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    A brain expert shares his 7 ‘hard rules’ for boosting memory and fighting off dementia

    The average human brain shrinks by approximately 5% per decade after the age of 40. This can have a major impact on memory and focus.

    What’s more, brain disorders are on the rise. In 2020, 54 million people worldwide had Alzheimer’s disease or other dementias, and that number is expected to grow.

    But serious mental decline doesn’t have to be an inevitable part of aging. In fact, certain lifestyle factors have a greater impact than your genes do on whether you’ll develop memory-related diseases.

    As a neuroscience researcher, here are seven hard rules I live by to keep my brain sharp and fight off dementia.

    1. Keep blood pressure and cholesterol levels in check

    Your heart beats roughly 115,000 times a day, and with every beat, it sends about 20% of the oxygen in your body to your brain.

    High blood pressure can weaken your heart muscle, and is one of the leading causes of strokes. Ideally, your blood pressure should be no higher than 120/80.

    Cholesterol is critical to your brain and nervous system health, too. The American Heart Association recommends getting your cholesterol levels measured every four to six years.

    2. Manage sugar levels

    Blood sugar is the primary fuel of the brain. Not enough of it, and you have no energy; too much, and you can destroy blood vessels and tissue, leading to premature aging and cardiovascular disease.

    Keep in mind that sugar isn’t enemy, excess sugar is. It’s easy for grams of sugar to add up, even if you think you’re being careful — and usually, sugar will sneak in through packaged foods.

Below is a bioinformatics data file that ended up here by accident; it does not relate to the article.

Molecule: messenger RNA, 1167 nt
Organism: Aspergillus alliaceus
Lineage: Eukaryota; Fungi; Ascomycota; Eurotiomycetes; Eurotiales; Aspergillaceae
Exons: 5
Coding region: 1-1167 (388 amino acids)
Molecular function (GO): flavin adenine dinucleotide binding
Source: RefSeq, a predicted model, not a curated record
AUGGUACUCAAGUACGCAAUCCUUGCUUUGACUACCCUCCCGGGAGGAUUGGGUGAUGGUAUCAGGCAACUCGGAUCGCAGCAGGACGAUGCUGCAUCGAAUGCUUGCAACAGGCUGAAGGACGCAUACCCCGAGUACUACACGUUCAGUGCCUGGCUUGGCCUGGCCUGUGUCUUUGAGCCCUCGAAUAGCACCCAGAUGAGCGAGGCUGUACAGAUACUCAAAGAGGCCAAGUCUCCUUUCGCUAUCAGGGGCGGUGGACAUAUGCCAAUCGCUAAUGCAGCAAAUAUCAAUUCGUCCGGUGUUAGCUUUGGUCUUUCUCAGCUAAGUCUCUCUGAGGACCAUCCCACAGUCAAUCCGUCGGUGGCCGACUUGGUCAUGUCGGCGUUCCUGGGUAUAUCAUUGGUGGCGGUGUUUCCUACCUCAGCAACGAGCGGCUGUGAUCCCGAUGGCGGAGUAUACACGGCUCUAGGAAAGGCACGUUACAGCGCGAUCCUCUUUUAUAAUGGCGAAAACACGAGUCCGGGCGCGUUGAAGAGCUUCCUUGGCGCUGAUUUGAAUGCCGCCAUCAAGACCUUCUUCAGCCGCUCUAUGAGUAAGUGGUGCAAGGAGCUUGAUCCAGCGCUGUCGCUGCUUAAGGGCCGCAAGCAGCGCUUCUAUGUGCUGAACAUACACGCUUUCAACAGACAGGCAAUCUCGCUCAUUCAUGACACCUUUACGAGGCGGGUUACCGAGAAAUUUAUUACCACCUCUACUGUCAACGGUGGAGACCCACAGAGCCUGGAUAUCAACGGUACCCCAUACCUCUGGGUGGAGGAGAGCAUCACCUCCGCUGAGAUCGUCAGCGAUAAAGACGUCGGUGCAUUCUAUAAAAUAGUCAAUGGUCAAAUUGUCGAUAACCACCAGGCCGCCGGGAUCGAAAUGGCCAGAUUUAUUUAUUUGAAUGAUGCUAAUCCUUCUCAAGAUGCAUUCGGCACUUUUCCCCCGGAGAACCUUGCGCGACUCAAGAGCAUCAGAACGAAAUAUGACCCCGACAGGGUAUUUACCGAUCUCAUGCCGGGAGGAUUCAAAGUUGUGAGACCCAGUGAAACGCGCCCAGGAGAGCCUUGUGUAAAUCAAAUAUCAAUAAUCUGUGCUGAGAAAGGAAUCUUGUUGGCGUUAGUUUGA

Where is the sugar hidden? Look for these in the ingredients list:

    • Dextrose
    • Fructose
    • Galactose
    • Glucose
    • Lactose
    • Maltose
    • Sucrose

    And be wary of any product that includes syrup, such as agave nectar syrup or high-fructose corn syrup.

    3. Get quality sleep

    Studies show that people with untreated sleep apnea raise their risk of memory loss by an average of 10 years before the general population.

    For most people, a healthy brain needs somewhere between seven and nine hours of sleep a night.

    My tips for memory-boosting, immune-enhancing sleep:

    • Keep a consistent bedtime and wake-up schedule.
    • Turn off devices one hour before bedtime.
    • Do something relaxing before bedtime, like listening to soft music or doing mindful breathing exercises.
    • Go outside and get in natural sunlight as soon as you can after waking up.

    4. Eat a nutritious diet

    5. Don’t smoke (and avoid secondhand and thirdhand smoke)

    Smokers have a 30% higher risk of developing dementia than non-smokers. They also put those around them at risk: Secondhand smoke contains 7,000 chemicals — and at least 70 of them can cause cancer.

    Then there’s thirdhand smoke, which is not actually smoke. It’s the residue of cigarette smoke that creates the telltale smell on clothing or in a room. That residue alone can emit chemicals that are toxic to the brain.

    6. Make social connections

    In a recent study, people over the age of 55 who regularly participated in dinner parties or other social events had a lower risk of losing their memory. But it wasn’t because of what they ate, it was the effect of the repeated social connection.

    To lessen isolation and loneliness, you can also boost brain chemicals like serotonin and endorphins by performing small acts of kindness:

    • Wish others well or check in with somebody.
    • Give a compliment without expecting anything in return.
    • Make a phone call to somebody you don’t usually reach out to.

    7. Continuously learn new skills



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